With Mary working alongside her father, the business began to expand. The first greenhouse was built in 1990 as the owners recognized the growing value and potential of the retail floral business. Sales of produce sales remained strong, but the retail transformation was in full swing.
In 1997, the Joyers purchased Dan Waldoch’s business share. There were some bumps in the road as the business became established.
“It wasn’t always great,” Mary said.
Jeff Joyer’s income from his real estate business became a lifeline in the early years of their ownership until the business pushed down deep roots.
The family tradition has continued with a fourth generation of Waldochs now earning their livelihood from the farm. Forest Lake High School and University of Minnesota graduates Andrew and Doug Joyer are involved full-time and utilizing environmental horticulture degrees to help the business grow. All six Joyer kids have job history on the farm and continue to help out on occasion.
A number of fifth-generation family members are involved in various capacities at Waldoch Farm. They are among the three dozen seasonal workers who work the fields much as William and Anna’s kids did years before.
The farm today has 10,000 square feet of production and retail space in 11 buildings occupying 2 acres. The garden center generates 70 to 75 percent of the farm’s revenue as May and June are banner months for sales. Some 35 acres are under cultivation for produce, with 15 acres devoted to pumpkins.
No longer does Waldoch Farm count on wholesale contracts for loading and hauling produce to farmers markets.
“The population has increased around us,” Doug Joyer said. “The customer comes to us.”
Mary and Kathy believe their grandfather was pleased that their father continued in the business. Dan Waldoch would be pleased with what Waldoch Farm has become.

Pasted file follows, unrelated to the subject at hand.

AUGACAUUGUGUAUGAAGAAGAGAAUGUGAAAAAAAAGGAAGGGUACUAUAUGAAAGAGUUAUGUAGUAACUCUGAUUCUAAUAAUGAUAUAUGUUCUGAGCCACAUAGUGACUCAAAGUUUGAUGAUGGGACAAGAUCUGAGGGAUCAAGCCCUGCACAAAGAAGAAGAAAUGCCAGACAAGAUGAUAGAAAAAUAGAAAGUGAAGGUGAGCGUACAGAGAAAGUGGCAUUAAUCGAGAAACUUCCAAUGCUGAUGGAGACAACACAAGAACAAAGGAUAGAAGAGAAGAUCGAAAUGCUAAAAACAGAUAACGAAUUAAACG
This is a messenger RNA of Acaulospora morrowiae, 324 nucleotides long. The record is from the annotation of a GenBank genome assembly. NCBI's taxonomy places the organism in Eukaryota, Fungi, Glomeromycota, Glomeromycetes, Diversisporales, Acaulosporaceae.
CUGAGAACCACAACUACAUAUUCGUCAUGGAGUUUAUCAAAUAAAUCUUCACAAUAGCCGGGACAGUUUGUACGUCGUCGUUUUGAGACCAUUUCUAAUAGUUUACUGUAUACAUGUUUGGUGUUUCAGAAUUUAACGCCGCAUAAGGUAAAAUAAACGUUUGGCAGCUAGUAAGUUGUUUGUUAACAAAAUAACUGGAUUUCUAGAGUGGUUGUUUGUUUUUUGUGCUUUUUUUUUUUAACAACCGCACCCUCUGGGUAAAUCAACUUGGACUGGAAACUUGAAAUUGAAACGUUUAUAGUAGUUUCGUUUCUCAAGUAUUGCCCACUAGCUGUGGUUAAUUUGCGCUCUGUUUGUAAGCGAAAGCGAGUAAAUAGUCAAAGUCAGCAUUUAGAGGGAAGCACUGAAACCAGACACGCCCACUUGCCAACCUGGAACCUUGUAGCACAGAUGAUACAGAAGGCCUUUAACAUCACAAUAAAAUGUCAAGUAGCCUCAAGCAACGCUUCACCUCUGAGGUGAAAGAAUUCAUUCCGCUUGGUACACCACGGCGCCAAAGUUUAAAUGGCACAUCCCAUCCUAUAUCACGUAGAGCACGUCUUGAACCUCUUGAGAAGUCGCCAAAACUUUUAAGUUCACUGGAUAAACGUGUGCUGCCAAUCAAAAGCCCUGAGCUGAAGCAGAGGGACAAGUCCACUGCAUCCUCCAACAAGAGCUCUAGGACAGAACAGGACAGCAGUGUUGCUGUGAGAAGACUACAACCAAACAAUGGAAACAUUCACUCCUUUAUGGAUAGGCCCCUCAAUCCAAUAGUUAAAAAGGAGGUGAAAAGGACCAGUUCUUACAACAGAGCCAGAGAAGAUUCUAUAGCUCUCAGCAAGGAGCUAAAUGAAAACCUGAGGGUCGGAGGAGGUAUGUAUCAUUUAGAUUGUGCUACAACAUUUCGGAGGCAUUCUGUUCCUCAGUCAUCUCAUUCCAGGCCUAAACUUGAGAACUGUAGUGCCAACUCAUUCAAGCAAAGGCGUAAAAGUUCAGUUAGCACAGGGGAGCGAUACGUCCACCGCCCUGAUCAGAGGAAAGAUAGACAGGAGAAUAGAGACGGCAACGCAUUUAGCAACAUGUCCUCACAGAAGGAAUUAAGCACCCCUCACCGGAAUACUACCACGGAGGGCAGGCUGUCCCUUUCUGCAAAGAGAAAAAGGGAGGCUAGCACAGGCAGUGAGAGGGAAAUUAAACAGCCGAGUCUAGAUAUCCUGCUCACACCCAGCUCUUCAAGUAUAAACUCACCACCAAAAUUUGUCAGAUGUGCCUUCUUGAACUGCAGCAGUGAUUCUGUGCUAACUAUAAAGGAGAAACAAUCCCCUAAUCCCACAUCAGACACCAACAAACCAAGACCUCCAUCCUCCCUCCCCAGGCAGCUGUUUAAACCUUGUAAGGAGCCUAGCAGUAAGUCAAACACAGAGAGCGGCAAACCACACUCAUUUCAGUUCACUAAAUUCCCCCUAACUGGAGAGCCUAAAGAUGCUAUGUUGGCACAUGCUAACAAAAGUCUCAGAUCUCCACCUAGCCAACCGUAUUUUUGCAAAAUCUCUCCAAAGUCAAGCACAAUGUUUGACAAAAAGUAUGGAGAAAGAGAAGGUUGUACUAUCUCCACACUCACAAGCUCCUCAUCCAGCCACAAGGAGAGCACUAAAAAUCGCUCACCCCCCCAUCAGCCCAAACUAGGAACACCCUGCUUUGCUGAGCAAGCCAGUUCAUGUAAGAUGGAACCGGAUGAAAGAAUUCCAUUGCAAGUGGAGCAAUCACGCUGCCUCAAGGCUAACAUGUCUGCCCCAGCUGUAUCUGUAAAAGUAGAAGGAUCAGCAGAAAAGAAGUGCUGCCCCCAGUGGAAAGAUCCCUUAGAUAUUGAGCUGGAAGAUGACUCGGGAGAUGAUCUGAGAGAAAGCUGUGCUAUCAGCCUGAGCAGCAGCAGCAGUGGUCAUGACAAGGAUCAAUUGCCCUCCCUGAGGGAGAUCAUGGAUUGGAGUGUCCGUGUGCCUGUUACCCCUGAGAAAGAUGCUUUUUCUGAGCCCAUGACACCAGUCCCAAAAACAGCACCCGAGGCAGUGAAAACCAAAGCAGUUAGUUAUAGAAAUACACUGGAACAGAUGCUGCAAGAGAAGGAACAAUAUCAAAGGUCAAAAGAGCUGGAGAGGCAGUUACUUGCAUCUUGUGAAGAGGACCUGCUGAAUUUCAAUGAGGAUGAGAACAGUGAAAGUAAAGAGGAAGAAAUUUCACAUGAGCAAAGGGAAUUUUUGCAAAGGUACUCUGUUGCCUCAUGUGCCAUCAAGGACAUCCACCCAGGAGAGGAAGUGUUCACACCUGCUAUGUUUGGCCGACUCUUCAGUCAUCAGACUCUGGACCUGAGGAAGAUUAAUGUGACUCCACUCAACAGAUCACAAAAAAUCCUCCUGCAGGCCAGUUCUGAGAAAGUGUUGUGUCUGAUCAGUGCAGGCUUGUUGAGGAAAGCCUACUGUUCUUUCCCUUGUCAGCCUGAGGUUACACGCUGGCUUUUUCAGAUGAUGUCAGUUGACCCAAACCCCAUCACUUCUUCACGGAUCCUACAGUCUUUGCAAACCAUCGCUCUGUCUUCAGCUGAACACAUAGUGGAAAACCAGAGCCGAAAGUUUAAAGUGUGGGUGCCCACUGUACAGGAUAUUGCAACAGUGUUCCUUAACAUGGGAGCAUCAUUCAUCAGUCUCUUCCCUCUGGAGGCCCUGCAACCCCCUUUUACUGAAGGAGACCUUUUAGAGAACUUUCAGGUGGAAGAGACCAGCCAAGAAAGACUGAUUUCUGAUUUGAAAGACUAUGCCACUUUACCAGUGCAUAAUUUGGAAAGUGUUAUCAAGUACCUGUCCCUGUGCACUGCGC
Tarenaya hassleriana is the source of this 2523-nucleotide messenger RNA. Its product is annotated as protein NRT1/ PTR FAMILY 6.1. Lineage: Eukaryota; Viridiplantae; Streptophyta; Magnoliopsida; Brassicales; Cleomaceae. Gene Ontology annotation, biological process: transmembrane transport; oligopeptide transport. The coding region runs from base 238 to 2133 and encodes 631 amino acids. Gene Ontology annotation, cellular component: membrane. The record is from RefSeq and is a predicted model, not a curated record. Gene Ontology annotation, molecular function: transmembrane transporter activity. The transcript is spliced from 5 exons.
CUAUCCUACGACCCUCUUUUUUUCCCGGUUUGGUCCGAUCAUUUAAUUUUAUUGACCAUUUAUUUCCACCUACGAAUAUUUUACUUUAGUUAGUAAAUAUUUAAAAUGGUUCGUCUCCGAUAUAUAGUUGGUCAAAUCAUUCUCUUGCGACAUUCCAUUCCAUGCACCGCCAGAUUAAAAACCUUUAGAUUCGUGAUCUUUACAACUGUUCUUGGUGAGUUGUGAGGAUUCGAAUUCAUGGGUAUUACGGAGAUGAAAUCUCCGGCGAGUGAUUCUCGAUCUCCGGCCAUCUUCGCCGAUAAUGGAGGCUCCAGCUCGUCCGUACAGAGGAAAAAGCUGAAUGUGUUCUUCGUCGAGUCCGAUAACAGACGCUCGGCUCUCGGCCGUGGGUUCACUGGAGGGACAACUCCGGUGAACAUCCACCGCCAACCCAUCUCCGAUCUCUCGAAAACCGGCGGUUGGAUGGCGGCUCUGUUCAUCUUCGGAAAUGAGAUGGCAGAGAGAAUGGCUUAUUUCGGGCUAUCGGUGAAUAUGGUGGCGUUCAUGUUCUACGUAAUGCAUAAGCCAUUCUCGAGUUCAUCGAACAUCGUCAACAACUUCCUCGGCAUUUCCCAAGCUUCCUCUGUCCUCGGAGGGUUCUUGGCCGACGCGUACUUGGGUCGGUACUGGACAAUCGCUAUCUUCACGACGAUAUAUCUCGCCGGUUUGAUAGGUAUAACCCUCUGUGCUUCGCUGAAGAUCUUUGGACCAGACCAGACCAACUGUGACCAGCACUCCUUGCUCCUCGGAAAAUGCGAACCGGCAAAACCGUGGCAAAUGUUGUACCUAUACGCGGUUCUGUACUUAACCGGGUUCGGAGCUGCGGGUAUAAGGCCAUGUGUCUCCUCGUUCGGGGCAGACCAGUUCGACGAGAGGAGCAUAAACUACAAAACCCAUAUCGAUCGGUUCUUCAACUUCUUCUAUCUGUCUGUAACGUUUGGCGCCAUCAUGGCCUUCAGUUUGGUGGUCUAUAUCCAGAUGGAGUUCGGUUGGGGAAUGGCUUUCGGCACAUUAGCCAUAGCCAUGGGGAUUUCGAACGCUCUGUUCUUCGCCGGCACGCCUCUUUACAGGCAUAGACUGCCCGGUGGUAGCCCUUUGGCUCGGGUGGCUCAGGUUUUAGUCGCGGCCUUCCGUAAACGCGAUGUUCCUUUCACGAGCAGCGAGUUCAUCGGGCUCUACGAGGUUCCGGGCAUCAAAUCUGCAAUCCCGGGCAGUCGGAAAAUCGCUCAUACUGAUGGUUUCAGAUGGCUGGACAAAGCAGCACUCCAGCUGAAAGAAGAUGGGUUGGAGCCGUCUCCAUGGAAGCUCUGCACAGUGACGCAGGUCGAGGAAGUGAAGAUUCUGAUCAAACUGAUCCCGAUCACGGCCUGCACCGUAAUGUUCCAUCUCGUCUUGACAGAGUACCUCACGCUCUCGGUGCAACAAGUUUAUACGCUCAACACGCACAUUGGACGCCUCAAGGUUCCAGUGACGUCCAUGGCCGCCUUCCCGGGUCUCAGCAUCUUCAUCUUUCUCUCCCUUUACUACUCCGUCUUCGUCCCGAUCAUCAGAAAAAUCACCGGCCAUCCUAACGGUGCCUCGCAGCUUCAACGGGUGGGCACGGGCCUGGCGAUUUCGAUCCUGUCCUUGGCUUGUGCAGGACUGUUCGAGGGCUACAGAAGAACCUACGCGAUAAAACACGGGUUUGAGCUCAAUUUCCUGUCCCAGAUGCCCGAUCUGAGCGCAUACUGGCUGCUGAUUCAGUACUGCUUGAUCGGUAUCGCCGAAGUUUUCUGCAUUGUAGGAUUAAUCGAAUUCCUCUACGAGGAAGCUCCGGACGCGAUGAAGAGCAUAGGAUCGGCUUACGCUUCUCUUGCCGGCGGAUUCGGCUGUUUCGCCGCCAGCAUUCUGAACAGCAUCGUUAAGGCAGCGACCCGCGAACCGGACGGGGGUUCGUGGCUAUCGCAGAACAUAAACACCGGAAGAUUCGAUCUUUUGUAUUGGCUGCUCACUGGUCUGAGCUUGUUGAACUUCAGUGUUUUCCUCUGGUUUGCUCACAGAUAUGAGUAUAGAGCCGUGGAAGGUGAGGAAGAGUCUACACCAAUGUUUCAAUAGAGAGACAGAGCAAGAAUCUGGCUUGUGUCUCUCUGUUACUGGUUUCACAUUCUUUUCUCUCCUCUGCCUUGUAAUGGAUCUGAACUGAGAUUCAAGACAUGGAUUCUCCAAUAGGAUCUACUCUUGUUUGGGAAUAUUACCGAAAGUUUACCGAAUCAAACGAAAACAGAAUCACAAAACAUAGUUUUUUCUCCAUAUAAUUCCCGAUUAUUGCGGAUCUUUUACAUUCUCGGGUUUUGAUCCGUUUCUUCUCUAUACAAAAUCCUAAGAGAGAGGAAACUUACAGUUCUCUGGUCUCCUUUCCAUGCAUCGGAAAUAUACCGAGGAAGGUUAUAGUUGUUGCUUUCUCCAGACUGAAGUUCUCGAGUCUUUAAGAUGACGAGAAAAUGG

“He would think it was exciting,” Kathy said of her father. “Our dad was always forward thinking.”
Mary and Jeff are equally pleased that two of their sons have come into the business. There was no pressure for the boys to come home.
“They were busy in high school and college with activities, but they worked (on the farm),” Mary said.
“We wanted to keep the farm a farm and keep the land together,” she added. “If the next generation wanted to come in, that was great. We didn’t force anyone.”
Diversification has been the key to success. With May and June the top months for garden center sales, the farm counts on produce to fill the balance of the summer and early fall. Customers can buy produce over the counter or go to the fields for a “pick-your-own” experience. The farm’s huge corn maze is designed with a 2016 centennial theme and operates in conjunction with the Joyer Barnyard, where the young and old can visit with a wide range of farm animals.
On Oct. 31, the business closes for the winter, but the work for the next season is only beginning. After a late fall and early winter review of the previous year’s operations, as well as work on tax and business reports and doing maintenance and field clean-up, the staff awaits the February arrival of the first shipment of plants that will fill the garden center in the spring.
In many ways, the business is different from the early days when William Waldoch labored to build a farming operation. Yet it is similar in many ways. During the Depression and later during World War II, many of the Waldoch cousins called the farm home for extended periods and took turns working the fields and canning and freezing vegetables for the winter to come.
“Everybody worked,” Mary Joyer said. And to that extent, the labor of the Waldoch clan is still a key fabric of the Waldoch Farm operation.